I’ve just made a list of Indonesian words that might help you out if you’re eating out all by yourself. First, to ask someone (probably your guide, you can say- ‘Pak, disini dekat ada tempat makan? (Sir, is there a place to eat nearby?)’
Now once you make it to the restaurant, usually the transaction is simple: 1. You see the menu list 2. You choose from the menu list 3. And they get you the ordered food.
It’s as simple as that if you generally go to any restaurant in the world. However, there are times when you need to speak a little to get something specific. So here are some of the phrases that might help you out here:
- Makan- eat
- Nasi- rice. (Nasi Goreng- Fried Rice)
- Tidak mau– I don’t want
- Tamau (I don’t want…) continue with whatever you don’t want along with the dish.
- Bisah cepat, ya?– Make it fast, alright? (Yep, I’ve said this on a number of occasions)
- Mie– noodles
- Hanya sayuran or sayuran saja– Only vegetables. If you’re a vegetarian, you can say this before you order.
- Minyak sedikit aja– just a little oil. To people who are concerned about their diet.
- Tamau pedas (I don’t want it to be spicy) or Mau pedas (I want it spicy)
- Saya suka ini– I like this.
- Minta satu lagi– I want one more (of the dish). If you really like the dish, you can point at it and say this to order another one.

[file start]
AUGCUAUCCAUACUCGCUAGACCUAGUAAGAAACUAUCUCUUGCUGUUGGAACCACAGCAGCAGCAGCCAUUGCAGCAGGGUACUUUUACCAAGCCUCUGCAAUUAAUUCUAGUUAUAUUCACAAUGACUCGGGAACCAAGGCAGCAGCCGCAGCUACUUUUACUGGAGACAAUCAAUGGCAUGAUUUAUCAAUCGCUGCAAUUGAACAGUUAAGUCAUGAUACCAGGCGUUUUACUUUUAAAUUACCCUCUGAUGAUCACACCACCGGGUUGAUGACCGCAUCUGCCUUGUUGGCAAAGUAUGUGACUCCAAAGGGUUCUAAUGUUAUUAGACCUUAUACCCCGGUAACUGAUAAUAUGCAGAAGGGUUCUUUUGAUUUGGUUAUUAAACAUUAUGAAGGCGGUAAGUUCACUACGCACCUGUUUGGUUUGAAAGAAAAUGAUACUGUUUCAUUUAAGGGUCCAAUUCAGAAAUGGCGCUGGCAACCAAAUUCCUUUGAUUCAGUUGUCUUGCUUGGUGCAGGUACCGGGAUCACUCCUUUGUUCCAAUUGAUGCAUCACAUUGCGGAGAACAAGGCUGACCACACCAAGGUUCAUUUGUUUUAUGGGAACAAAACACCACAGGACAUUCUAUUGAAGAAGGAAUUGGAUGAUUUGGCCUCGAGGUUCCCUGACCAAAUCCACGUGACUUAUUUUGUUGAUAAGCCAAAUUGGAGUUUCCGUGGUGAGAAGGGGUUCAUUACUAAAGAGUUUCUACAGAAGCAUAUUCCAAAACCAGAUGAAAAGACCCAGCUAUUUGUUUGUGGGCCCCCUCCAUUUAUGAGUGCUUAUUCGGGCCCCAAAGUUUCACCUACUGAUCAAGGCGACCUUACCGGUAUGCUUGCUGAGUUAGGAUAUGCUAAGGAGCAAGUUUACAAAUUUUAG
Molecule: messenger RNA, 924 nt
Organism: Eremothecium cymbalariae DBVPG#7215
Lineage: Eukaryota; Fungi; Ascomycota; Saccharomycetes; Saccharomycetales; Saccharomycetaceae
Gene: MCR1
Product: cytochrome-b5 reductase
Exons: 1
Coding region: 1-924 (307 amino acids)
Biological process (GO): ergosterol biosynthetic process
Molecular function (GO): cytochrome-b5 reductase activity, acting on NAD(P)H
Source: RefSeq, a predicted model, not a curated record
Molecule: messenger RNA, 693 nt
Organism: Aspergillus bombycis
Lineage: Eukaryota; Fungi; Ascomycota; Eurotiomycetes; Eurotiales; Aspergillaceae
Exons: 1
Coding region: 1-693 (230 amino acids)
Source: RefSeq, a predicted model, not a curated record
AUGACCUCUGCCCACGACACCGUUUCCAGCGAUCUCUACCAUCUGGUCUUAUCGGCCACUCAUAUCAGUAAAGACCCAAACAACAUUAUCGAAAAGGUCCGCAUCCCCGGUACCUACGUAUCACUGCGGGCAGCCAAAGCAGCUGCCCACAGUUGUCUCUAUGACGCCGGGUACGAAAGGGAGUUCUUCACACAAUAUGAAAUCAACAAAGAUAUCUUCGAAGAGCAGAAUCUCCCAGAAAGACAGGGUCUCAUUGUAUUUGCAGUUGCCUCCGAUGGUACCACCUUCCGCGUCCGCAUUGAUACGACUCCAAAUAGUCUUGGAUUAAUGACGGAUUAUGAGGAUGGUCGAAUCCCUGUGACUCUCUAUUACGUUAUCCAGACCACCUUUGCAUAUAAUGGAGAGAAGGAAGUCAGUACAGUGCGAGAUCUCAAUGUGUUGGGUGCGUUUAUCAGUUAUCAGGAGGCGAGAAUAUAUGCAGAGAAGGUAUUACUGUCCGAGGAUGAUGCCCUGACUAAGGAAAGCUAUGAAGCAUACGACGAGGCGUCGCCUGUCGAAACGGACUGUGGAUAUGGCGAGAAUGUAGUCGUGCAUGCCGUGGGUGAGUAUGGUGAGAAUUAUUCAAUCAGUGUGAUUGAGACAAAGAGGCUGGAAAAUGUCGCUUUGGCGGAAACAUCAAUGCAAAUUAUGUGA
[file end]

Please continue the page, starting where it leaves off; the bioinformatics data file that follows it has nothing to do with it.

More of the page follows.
- Ini enak kali– This is delicious. Here ‘enak‘ means delicious.
Asking for Directions
I don’t know why but I just thought could be useful at some point in time… even in the age of Google Maps these days. Maybe I put it because my battery dies at the wrong times of my travels. So here goes:
- Kanan– Right
- Kiri– Left
- Lurus– Straight …. lurus aja– keep going straight
- Ini dimana?– Where is this?
- Dekat– near. This can be used to ask or tell the landmark close to the destination. For example- Itu dekat Bali (It’s near Bali)
Counting Numbers in Indonesian (and Shopping)
If you’re in Indonesia on a vacation, then I know it for a fact that you wouldn’t get out without some shopping. Sure, the currency is a little complex, given the extra three zeros in front of anything you buy. But you still wouldn’t want to miss out on anything now, would you?